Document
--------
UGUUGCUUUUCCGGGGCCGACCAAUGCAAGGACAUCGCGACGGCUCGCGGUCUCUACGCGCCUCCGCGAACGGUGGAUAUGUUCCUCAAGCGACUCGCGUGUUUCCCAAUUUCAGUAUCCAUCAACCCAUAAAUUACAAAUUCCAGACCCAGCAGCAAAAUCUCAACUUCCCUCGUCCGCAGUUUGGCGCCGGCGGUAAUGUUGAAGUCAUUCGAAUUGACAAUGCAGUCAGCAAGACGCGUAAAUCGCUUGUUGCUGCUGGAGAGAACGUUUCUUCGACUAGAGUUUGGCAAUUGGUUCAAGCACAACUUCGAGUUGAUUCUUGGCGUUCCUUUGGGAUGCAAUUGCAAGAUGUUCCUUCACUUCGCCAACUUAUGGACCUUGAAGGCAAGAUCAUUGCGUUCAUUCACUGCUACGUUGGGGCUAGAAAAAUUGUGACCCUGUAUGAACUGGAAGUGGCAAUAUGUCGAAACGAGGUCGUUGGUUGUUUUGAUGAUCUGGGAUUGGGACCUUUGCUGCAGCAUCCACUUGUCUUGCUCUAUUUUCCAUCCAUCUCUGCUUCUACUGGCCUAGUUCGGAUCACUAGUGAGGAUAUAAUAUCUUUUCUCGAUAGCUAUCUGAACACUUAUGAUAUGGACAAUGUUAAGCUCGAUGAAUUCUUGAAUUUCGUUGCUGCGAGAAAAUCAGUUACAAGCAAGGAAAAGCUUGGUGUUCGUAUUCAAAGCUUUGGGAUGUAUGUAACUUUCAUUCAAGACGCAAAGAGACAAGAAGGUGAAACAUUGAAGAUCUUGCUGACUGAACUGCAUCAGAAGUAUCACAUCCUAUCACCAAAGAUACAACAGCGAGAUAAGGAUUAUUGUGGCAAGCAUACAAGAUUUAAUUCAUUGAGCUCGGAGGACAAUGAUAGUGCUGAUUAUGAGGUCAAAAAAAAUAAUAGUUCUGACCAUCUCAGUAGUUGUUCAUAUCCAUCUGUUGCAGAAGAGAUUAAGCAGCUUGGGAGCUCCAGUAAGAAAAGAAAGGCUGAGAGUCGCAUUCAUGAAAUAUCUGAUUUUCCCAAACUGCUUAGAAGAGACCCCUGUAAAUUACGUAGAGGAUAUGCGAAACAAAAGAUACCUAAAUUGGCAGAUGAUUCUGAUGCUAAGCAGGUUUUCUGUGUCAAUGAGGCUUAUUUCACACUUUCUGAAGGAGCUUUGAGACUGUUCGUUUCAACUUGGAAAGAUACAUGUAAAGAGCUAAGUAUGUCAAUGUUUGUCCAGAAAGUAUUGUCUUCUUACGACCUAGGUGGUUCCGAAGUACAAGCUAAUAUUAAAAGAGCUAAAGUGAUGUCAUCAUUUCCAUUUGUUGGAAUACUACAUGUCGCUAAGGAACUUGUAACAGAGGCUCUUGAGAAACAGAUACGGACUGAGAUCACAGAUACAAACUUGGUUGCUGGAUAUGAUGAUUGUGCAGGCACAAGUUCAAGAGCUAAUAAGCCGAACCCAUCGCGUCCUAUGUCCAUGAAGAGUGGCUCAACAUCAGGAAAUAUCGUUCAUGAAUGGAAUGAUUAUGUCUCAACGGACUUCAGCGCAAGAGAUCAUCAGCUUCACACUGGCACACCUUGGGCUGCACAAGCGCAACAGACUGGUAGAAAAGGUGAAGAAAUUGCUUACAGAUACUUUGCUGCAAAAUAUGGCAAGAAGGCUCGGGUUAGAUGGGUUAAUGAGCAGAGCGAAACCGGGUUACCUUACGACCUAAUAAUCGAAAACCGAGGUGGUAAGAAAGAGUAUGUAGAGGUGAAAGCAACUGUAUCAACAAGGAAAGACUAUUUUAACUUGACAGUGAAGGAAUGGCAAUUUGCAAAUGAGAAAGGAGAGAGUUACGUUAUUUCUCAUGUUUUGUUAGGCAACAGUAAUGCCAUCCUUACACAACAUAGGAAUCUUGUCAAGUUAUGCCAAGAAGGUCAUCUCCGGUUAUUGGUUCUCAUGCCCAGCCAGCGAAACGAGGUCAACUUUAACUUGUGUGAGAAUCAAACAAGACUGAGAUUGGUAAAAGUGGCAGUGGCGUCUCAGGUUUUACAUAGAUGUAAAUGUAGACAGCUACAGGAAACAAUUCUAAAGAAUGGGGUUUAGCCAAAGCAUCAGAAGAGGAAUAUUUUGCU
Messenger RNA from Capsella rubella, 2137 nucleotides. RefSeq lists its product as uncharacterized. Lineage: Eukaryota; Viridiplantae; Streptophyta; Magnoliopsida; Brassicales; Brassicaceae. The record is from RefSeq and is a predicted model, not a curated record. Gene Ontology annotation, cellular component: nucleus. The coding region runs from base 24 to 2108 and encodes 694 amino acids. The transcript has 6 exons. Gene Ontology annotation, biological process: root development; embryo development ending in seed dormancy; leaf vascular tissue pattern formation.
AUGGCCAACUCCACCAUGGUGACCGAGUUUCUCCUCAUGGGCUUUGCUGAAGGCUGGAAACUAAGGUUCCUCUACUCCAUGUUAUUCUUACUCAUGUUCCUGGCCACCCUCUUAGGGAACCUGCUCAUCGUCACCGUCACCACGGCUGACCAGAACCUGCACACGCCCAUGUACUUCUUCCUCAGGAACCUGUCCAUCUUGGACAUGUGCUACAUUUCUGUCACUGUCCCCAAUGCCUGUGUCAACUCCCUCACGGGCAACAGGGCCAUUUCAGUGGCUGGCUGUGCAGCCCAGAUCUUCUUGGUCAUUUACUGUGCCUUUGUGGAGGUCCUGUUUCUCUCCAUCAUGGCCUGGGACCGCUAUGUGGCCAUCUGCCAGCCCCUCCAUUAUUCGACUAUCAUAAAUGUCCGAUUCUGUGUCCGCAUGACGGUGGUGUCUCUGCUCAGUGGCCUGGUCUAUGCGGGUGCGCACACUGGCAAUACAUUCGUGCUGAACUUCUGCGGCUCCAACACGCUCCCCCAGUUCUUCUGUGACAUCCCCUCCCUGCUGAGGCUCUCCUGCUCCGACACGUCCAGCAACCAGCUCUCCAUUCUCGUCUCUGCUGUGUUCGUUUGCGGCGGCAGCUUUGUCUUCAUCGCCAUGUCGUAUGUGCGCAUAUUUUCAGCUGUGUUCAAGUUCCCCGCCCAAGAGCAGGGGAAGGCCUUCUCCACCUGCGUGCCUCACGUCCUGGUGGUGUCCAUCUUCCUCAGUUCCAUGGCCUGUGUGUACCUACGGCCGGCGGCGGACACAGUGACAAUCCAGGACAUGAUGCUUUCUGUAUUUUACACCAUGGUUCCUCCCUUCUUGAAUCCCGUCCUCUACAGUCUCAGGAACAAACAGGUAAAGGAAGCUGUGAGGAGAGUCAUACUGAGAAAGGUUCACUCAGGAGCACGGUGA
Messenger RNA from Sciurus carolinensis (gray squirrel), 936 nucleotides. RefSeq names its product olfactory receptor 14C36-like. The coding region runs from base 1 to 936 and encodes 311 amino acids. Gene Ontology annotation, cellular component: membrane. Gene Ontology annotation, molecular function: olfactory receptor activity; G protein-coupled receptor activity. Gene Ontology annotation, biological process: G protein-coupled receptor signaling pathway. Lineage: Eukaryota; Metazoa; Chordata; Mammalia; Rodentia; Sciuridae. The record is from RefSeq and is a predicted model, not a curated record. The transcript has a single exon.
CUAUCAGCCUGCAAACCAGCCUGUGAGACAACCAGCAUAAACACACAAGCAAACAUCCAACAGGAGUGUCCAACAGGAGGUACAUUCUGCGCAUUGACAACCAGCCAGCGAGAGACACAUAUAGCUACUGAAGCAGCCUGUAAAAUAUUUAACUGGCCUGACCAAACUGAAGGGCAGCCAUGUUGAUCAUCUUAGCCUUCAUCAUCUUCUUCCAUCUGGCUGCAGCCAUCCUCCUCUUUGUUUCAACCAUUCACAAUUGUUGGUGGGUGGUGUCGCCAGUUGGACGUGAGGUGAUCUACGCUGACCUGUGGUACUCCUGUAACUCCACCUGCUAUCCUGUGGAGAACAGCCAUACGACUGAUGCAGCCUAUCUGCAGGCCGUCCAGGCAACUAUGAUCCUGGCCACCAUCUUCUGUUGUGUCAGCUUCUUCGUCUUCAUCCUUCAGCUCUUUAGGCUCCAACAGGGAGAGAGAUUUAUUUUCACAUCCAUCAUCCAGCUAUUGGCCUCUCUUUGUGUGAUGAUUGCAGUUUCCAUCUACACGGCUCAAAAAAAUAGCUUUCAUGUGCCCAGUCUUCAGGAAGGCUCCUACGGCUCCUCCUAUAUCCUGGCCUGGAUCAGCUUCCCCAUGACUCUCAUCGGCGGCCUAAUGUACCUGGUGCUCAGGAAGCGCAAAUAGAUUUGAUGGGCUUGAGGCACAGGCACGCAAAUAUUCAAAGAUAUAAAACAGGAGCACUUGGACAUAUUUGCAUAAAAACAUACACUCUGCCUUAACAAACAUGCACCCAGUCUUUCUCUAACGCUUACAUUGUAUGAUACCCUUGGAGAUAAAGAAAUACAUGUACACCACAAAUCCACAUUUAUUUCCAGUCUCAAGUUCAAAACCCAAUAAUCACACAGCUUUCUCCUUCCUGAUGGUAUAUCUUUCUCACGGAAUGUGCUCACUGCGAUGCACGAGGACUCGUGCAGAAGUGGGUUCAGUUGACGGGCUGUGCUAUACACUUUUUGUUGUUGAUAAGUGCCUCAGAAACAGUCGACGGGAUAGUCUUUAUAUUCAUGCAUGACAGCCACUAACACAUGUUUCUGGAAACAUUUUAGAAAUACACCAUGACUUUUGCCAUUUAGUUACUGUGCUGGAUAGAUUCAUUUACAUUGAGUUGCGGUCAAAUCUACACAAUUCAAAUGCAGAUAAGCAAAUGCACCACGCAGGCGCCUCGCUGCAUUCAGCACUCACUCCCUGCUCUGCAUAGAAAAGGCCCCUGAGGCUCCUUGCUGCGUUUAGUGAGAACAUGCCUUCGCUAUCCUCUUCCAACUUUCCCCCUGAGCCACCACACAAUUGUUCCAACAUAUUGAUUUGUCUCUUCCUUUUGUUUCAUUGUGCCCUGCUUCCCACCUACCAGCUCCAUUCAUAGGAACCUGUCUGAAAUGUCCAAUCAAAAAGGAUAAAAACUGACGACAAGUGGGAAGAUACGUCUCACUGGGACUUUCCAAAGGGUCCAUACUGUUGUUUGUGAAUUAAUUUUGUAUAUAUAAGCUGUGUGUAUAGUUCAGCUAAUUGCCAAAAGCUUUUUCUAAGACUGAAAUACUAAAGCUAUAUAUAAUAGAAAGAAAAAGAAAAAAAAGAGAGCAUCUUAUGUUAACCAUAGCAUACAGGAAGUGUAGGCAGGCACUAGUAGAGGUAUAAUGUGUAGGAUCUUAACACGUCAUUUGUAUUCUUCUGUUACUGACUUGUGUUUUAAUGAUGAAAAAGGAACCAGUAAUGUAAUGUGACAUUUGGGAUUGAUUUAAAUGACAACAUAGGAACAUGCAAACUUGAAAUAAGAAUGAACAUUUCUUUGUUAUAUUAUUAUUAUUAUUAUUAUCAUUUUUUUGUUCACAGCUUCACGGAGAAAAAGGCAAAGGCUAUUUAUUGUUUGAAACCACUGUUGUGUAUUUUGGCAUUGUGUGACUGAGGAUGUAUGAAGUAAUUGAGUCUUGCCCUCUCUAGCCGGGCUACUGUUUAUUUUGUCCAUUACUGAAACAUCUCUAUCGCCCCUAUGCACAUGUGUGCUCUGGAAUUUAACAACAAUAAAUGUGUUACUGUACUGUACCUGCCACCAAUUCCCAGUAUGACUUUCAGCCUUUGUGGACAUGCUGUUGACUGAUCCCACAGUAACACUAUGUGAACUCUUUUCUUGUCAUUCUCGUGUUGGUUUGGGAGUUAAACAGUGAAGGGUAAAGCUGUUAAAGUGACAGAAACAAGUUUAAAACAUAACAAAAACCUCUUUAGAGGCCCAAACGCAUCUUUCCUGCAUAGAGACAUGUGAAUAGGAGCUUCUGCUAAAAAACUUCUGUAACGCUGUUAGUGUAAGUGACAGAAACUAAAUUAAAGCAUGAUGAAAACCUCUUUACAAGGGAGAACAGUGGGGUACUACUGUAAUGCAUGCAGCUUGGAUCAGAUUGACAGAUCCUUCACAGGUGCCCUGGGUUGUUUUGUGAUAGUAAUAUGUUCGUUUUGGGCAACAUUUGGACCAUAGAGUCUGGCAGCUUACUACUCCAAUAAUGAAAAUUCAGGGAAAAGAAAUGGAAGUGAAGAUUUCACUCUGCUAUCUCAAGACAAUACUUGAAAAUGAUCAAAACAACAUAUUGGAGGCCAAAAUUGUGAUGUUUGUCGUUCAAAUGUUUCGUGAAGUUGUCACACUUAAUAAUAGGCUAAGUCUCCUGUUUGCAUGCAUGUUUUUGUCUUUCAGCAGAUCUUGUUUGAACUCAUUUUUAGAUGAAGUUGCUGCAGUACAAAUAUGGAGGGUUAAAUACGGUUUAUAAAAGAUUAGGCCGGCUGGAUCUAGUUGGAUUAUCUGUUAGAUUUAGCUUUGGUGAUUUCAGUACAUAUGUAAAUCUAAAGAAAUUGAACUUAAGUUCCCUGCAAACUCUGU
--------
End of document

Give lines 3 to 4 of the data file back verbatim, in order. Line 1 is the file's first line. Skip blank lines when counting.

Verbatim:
AUGGCCAACUCCACCAUGGUGACCGAGUUUCUCCUCAUGGGCUUUGCUGAAGGCUGGAAACUAAGGUUCCUCUACUCCAUGUUAUUCUUACUCAUGUUCCUGGCCACCCUCUUAGGGAACCUGCUCAUCGUCACCGUCACCACGGCUGACCAGAACCUGCACACGCCCAUGUACUUCUUCCUCAGGAACCUGUCCAUCUUGGACAUGUGCUACAUUUCUGUCACUGUCCCCAAUGCCUGUGUCAACUCCCUCACGGGCAACAGGGCCAUUUCAGUGGCUGGCUGUGCAGCCCAGAUCUUCUUGGUCAUUUACUGUGCCUUUGUGGAGGUCCUGUUUCUCUCCAUCAUGGCCUGGGACCGCUAUGUGGCCAUCUGCCAGCCCCUCCAUUAUUCGACUAUCAUAAAUGUCCGAUUCUGUGUCCGCAUGACGGUGGUGUCUCUGCUCAGUGGCCUGGUCUAUGCGGGUGCGCACACUGGCAAUACAUUCGUGCUGAACUUCUGCGGCUCCAACACGCUCCCCCAGUUCUUCUGUGACAUCCCCUCCCUGCUGAGGCUCUCCUGCUCCGACACGUCCAGCAACCAGCUCUCCAUUCUCGUCUCUGCUGUGUUCGUUUGCGGCGGCAGCUUUGUCUUCAUCGCCAUGUCGUAUGUGCGCAUAUUUUCAGCUGUGUUCAAGUUCCCCGCCCAAGAGCAGGGGAAGGCCUUCUCCACCUGCGUGCCUCACGUCCUGGUGGUGUCCAUCUUCCUCAGUUCCAUGGCCUGUGUGUACCUACGGCCGGCGGCGGACACAGUGACAAUCCAGGACAUGAUGCUUUCUGUAUUUUACACCAUGGUUCCUCCCUUCUUGAAUCCCGUCCUCUACAGUCUCAGGAACAAACAGGUAAAGGAAGCUGUGAGGAGAGUCAUACUGAGAAAGGUUCACUCAGGAGCACGGUGA
Messenger RNA from Sciurus carolinensis (gray squirrel), 936 nucleotides. RefSeq names its product olfactory receptor 14C36-like. The coding region runs from base 1 to 936 and encodes 311 amino acids. Gene Ontology annotation, cellular component: membrane. Gene Ontology annotation, molecular function: olfactory receptor activity; G protein-coupled receptor activity. Gene Ontology annotation, biological process: G protein-coupled receptor signaling pathway. Lineage: Eukaryota; Metazoa; Chordata; Mammalia; Rodentia; Sciuridae. The record is from RefSeq and is a predicted model, not a curated record. The transcript has a single exon.